B. Make a timer that checks how long time it takes to complete a couple of large loops or other heavy task. Output the result in milliseconds. Compare the results in a few different environments or browsers.

Time Grading Rubric


Criteria Performance Quality Score
0 points 1 point 2 points 3 points
Functionality Dysfunctional code that does not do even a part of the task at hand A Date object is constructed and milliseconds are read. Two Date objects are constructed, a task is run in between and the time difference is calculated and displayed to the user. Two Date objects are constructed, a task is run in between and the time difference is calculated. Different scenarios and environments are tried. Results are presented in a usable fashion.

D. Make a simple real time clock. Combine this assignment with assignment 7: Styling, DOM manipulation and animation.

Assignment 6: Algorithms

Implement a pair of common algorithms or solve a common puzzle using ECMAScript (e.g. the Tower of Hanoi, bubble sort, Fibonacci numbers).

Project Euler can be used as inspiration.

Easier algorithms might be:

  • Finding the nth Fibonacci number.
  • Finding the largest prime number of a composite number.
  • A simple shifted cryptographic algoritm, e.g. A = C, B = D, C = E, etc.
  • Pythagoras theorem: Finding the length of the third side.

Harder algorithms might be:

  • Bubble sort
  • The Tower of Hanoi
  • Splitting a composite number into primes.
  • Eulers algorithm
  • Calculating a trigonometric value (sin, cos, tan) without the use of the Math object.

Algorithms Grading Rubric


Criteria Performance Quality Score
0 points 1 point 2 points 3 points 4 points
Functionality Dysfunctional code that does not do even a part of the task at hand One functional relatively easy algorithm is implemented. Two fully functional are constructed and demonstrated to work. Two fully functional algorithms are constructed and demonstrated to work, one of which is relatively hard. Two fully functional harder algorithms are constructed and demonstrated to work.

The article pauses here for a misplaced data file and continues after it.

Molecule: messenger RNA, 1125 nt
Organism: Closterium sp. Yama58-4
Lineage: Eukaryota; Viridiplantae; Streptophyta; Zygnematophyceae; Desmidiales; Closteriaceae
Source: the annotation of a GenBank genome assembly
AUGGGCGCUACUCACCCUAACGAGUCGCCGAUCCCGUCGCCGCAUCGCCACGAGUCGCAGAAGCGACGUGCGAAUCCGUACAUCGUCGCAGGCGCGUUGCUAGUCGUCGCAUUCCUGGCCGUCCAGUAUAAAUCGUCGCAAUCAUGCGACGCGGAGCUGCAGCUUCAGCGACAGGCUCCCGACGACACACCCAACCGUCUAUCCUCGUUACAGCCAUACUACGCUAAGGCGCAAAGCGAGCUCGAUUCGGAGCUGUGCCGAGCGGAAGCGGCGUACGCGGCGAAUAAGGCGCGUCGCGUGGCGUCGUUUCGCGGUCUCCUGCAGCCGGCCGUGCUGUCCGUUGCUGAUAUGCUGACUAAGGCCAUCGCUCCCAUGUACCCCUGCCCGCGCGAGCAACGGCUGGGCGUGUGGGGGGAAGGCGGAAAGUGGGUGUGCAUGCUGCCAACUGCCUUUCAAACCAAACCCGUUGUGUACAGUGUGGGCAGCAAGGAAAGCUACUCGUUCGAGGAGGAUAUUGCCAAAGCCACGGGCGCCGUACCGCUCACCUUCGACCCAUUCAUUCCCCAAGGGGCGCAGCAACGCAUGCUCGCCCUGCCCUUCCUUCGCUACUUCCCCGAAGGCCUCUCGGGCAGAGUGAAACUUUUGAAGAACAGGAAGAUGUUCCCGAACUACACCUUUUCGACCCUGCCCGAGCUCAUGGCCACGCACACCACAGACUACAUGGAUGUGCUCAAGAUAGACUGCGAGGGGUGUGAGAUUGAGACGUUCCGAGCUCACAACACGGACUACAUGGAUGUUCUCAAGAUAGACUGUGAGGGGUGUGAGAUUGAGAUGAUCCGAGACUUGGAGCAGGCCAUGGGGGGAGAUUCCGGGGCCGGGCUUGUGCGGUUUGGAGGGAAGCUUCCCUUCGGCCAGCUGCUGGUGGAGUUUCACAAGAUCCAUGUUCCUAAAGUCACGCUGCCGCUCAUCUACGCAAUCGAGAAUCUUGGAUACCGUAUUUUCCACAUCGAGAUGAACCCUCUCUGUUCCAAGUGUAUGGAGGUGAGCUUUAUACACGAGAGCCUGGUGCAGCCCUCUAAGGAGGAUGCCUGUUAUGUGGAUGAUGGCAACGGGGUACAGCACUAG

JavaScript best practices Messy code, hard to read, easily broken, using proprietary language features ECMAScript and W3C standards are followed. The code has enough comments to show that the student knows how the algorithm works. Proper indentation and good naming conventions are used. All 1 point criteria are met plus: Global variables are avoided. The code is reusable and well commented All 2 point criteria are met plus: The code uses object detection and has all necessary checks for the existence of a particular feature or DOM object before they are being used. All 3 point criteria are met plus: All code is contained in a single emulated namespace or self-executing anonymous function. Proper error handling. The code passes fault free through JSLint.
Effeciency The code does not run, but will throw an uncaught error, cause a hang or fail to execute anything of real value. The code runs and does not cause any hangs All 1 point criteria are met plus: Unnecessary duplication is avoided, e.g. redundant lookups or loops are avoided, code that is not necessary for a task is skipped All 2 point criteria are met plus: Effective patterns are being used, e.g. caching, memoization, etc. All 3 point criteria are met plus: Code efficiency has been measured, and different alternatives have been discussed